full title · Vertigo
director · Alfred Hitchcock
leading actors/actresses · James Stewart and Kim Novak
supporting actors/actresses · Barbara Bel Geddes, Tom Helmore, Henry Jones, Konstantin Shayne
type of work · Full-length film
genre · Mystery/Suspense
language · English
time and place produced · 1957; Los Angeles
american film institue · Number sixty-one on the Institute's “100 Greatest American Movies of All Time” list
date of release · 1958
producer · Alfred Hitchcock, associate producer Herbert Coleman
setting (time) · 1957
setting (place) · San Francisco
protagonist · Scottie Ferguson
major conflict · Scottie cannot accept the death of Madeleine and struggles to re-create her in another woman who, unbeknownst to him, was behind Madeleine’s death.
rising action · Scottie gradually descends into madness as he falls in love with Madeleine, loses her to an apparent suicide, and then attempts to recreate her in Judy.
climax · The world of illusion Scottie has created for himself is permanently shattered when he discovers that Judy had duped him by playing the role of Madeleine and faking a suicide as part of a plot to murder the real Madeleine Elster.
falling action · In an effort to free himself from the acrophobia and romantic delusions that led him to this point, Scottie drags Judy/Madeleine to the scene of the crime at the top of the bell tower; Judy confesses to the crime and falls to her death when she is startled by the shadowy figure of a nun.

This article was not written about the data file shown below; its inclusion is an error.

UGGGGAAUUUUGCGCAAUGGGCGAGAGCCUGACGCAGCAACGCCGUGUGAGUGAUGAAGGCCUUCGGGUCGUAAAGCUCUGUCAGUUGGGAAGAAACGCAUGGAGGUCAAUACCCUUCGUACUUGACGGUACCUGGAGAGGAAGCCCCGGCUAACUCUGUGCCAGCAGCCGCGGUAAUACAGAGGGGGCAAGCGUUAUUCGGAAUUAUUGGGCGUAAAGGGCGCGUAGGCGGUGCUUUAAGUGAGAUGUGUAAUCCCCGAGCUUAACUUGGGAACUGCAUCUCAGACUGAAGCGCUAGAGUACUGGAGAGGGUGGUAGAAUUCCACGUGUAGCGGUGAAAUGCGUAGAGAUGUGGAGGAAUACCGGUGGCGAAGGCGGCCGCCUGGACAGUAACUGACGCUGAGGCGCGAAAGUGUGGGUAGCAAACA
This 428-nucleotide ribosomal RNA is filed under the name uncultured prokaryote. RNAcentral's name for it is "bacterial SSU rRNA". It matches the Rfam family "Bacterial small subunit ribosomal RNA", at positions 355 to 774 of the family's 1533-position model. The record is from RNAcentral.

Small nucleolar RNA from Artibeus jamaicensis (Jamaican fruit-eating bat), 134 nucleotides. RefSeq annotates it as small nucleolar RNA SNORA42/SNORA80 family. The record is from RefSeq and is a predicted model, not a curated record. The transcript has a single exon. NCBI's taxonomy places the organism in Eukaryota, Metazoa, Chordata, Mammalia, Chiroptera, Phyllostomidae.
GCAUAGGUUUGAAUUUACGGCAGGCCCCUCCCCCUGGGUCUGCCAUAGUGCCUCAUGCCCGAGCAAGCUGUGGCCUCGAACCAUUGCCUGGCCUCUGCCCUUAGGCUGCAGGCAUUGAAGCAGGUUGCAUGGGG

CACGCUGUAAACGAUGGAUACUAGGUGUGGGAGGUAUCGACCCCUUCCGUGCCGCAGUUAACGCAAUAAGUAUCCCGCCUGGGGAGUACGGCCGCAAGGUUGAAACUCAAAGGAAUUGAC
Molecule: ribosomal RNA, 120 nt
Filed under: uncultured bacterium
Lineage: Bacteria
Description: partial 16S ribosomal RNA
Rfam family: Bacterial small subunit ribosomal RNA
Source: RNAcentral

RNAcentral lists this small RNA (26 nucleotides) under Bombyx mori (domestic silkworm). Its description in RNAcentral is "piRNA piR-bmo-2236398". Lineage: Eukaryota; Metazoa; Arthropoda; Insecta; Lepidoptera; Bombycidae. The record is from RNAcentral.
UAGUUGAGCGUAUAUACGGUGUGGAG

themes · Death as both attractive and frightening; the impenetrable nature of appearances; the folly of romantic delusion
motifs · Power and freedom; tunnels and corridors; bouquets of flowers, spirals
symbols · Sequoia trees; the color green
foreshadowing · In the opening credits, the mysterious woman’s face drenched in red is a foreshadowing of the murderous role a mysterious woman will play in the film. When Scottie faints in Midge’s arms while attempting to conquer his acrophobia on a stepstool, it prefigures his more significant incapacitation when his acrophobia prevents him from stopping Madeleine’s suicide. A close-up shot of Madeleine’s tightly wound hair—a spiral—hints at the chaos into which she will lead Scottie.
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